I never said "don't read the datasheet". You ask for examples and to "correct" your code. Study the Wizard-generated patterns, with the datasheet at your side. Then improve on them all you want.

I guess I'm just too lazy to help, then.

Lee

You can put lipstick on a pig, but it is still a pig.

I've never met a pig I didn't like, as long as you have some salt and pepper.

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@theusch

I'm sorry to hear that. Your response sounds somewhat on the angry tone, I hope nothing I wrote was taken offensively. I think their is a big difference between wanting to understand the functionality of the peripherals and backing down to NAND gates. I'm glad these tools are available, for instance you can see I haven't written my own delay function yet. I'm not saying using the wizard is lazy but more making light of the fact that once well enough versed I plan to use them to do that work for me.

And yes, I do ask for code reviews, a point in the right direction, and on occasion just what I should be doing. After reading the data sheets, google, and my books thing still don't always click. Learning electronics and programing on my own leaves me with me and the student can't exactly grade his own work ;) One of the great things about this forum is the level of exp. a lot of the members have. Even if I get something working I'm never sure at this point if I'm achieving it in the proper/best manner, unless I have seen it done that specific way. I'm also glad to have poor practices pointed out to me so I don't get stuck in bad habits that may cause problems late down the line. Something that requires an experienced set of eyes.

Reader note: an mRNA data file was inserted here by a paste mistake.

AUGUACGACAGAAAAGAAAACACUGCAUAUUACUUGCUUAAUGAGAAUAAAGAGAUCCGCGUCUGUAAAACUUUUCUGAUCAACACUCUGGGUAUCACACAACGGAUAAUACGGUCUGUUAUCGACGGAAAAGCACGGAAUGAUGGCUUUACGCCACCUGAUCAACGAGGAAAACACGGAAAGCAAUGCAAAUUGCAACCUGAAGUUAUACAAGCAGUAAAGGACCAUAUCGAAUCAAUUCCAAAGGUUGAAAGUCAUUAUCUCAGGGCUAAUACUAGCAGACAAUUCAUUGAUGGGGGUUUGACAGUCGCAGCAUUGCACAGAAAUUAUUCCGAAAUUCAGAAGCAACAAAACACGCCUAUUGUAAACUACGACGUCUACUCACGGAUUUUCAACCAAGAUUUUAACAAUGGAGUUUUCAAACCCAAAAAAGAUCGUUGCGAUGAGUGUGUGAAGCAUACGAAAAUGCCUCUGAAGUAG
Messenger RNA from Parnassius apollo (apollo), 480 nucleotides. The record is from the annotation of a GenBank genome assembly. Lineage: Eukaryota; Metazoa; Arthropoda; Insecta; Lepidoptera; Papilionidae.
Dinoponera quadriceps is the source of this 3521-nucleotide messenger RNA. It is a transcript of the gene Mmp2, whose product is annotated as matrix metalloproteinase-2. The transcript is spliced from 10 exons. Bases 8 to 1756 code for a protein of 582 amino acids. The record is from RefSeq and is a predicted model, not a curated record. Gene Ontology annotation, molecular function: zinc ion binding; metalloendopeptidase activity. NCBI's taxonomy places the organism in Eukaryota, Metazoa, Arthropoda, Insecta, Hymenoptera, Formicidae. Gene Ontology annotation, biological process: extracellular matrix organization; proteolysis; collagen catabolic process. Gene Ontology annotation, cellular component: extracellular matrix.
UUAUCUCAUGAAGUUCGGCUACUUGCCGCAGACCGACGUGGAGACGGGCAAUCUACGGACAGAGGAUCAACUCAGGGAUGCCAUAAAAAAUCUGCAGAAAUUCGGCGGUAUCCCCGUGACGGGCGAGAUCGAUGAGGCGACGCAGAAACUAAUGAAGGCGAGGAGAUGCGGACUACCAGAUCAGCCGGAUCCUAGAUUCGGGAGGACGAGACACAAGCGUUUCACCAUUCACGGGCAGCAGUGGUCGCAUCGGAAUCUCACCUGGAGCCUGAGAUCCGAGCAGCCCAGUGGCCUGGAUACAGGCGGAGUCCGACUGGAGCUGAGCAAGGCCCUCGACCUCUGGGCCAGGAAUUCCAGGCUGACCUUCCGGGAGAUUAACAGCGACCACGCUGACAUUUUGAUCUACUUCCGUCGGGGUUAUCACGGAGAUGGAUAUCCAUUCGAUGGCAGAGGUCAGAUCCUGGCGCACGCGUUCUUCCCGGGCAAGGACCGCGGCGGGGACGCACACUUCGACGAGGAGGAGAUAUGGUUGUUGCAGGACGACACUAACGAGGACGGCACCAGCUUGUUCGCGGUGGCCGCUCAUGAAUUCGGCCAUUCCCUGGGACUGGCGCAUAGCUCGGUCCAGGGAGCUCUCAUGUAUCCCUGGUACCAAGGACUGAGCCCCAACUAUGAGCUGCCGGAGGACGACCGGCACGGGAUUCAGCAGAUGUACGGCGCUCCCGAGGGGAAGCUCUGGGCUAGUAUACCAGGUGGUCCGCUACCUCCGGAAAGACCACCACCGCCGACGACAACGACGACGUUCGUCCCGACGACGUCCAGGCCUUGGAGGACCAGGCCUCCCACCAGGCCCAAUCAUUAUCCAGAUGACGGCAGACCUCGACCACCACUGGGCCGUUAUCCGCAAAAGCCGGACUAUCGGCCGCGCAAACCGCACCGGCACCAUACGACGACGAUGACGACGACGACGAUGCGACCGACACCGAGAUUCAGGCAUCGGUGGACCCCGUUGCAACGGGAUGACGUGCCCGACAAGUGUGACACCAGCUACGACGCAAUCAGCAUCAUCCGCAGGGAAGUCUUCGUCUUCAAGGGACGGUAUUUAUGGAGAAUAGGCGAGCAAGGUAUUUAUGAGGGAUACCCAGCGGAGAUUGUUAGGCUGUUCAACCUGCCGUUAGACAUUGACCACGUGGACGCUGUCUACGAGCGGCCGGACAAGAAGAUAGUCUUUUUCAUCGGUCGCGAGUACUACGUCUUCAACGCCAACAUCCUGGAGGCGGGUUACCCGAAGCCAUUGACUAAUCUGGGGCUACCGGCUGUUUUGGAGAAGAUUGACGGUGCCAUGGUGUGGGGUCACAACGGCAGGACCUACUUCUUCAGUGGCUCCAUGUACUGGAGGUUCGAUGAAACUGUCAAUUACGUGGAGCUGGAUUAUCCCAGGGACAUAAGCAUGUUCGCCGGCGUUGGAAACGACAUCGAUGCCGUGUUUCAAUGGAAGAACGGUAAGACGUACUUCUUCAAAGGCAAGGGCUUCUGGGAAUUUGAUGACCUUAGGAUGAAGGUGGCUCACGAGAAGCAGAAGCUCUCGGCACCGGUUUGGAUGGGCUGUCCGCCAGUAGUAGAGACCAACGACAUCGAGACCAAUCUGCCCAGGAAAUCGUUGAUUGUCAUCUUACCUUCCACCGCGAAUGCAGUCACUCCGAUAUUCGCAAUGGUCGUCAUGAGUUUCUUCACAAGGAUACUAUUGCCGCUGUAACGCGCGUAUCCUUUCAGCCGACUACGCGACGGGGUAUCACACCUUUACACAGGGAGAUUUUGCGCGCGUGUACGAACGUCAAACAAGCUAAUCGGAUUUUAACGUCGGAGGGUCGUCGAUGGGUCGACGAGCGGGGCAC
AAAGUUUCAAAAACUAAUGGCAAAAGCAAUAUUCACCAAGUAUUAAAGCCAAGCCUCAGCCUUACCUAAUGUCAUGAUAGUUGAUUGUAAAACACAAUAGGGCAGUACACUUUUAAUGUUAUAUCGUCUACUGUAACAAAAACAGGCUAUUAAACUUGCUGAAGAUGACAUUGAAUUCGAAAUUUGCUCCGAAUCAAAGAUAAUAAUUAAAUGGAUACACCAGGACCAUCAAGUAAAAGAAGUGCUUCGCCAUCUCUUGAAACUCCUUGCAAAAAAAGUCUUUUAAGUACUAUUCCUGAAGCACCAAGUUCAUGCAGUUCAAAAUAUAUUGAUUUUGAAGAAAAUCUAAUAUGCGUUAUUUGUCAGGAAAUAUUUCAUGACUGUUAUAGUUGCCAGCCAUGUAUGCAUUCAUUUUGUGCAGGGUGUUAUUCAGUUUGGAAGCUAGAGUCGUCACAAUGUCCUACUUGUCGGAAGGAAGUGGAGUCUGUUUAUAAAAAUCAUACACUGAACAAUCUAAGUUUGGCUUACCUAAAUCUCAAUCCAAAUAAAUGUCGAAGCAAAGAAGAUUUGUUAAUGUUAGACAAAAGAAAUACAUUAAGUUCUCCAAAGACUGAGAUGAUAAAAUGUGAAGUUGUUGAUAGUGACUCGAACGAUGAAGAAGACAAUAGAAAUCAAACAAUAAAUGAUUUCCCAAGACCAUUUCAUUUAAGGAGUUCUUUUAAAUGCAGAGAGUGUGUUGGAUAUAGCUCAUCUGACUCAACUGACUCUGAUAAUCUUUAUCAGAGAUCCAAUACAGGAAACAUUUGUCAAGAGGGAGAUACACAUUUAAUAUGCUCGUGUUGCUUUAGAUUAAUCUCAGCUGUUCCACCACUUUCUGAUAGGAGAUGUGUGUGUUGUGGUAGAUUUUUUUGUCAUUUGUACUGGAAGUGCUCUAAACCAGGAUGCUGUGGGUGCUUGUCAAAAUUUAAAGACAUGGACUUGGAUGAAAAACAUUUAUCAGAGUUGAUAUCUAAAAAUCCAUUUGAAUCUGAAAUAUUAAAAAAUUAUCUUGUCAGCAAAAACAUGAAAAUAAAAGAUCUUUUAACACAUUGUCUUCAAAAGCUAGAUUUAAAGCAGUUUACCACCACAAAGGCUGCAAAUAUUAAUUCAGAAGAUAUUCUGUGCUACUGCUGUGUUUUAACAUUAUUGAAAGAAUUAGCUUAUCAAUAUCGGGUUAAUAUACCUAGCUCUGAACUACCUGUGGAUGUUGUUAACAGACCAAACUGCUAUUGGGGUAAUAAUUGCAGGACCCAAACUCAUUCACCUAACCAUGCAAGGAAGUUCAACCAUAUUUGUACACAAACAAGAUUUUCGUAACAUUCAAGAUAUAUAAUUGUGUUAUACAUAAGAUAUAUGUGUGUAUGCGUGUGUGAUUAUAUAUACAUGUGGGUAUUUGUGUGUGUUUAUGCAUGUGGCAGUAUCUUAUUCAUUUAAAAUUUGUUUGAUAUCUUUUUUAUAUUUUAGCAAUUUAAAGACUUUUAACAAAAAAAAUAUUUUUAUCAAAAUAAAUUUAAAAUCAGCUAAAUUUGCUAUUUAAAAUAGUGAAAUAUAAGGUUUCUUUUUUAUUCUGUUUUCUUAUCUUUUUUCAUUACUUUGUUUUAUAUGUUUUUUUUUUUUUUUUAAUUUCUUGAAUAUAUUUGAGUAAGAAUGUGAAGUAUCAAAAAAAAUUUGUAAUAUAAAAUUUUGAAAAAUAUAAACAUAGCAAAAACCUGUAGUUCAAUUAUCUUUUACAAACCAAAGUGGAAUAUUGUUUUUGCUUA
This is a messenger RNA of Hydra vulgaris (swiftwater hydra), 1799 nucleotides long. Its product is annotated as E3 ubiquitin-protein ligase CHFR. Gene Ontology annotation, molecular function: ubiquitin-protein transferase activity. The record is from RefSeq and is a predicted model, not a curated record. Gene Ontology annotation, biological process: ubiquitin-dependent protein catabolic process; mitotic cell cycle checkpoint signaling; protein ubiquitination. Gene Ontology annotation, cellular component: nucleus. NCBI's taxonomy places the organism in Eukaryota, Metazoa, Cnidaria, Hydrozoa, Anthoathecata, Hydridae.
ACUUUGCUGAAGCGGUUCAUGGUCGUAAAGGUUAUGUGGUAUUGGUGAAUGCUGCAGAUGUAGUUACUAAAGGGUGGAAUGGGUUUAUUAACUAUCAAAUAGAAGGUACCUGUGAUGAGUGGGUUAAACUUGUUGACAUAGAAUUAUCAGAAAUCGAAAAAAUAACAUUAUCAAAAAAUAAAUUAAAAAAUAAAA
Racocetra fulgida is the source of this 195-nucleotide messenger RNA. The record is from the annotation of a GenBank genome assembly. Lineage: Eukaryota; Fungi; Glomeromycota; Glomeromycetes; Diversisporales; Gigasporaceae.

If this is it for you then thanks for the help till now I have appreciated it, but I hope it's not.

In closing, sorry for the lengthly response but I just feel this method of learning suits me. I very much appreciate this forum and hope this is not the common sentiment.

Self proclaimed Captain Link

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Quote:

I'm not saying using the wizard is lazy

Yes, you did.
Quote:

wanting to understand the functionality of the peripherals

There is no contradiction between using the Wizard and understanding the peripherals.

I just feel like there was a lot of time spent leading you from step to step, that indeed could have been avoided by study of the Wizard code.

Is that study "lazy"? Isn't that why we have books and profs--"Here is a way it is done. You can also..." Is it lazy, or bad, to go to class with a prof and a textbook?

If there is a particular question, or a query "Couldn't this be done faster/smaller/differently?" then we are all ears.

You can put lipstick on a pig, but it is still a pig.

I've never met a pig I didn't like, as long as you have some salt and pepper.

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I'll reword my comment, It was not my intention to imply using the wizard is lazy. Rather I was facetiously saying I have full intentions of using this tool so I would not have to spend time on that code. Like using a calculator after learning math.

Saying I was led step by step is arguable. Through the last portion of the debugging stage perhaps. Prior to this project I had no USART, ADC, or random number generation experience. I take credit for the time I spent learning and give credit for the help provided on this forum to guide me across the finish line and give me pointers along the way. I didn't just come on the forum and say tell me how to do this. I worked on it & studied for some time till I got stuck and could not figure it out on my own.

In addition to "Couldn't this be done faster/smaller/differently?" I think "What am I doing wrong, as far as I can tell this should be working" is valid question during the learning proses.

FYI I'm not angry, nor do I have any hurt feelings. Text only conversation can often lead to misunderstanding and again I don't mean to offend or come off as ungrateful.

Quote:
There is no contradiction between using the Wizard and understanding the peripherals.

When I first looked at the wizard I had no idea what selection to make to get the desired result, this was in relation to PWM. Thats when I decided to stick to this method till I understood. Though I do see your point.

Hope I'm not coming off as augmentative, I just wanted to explain myself.

Self proclaimed Captain Link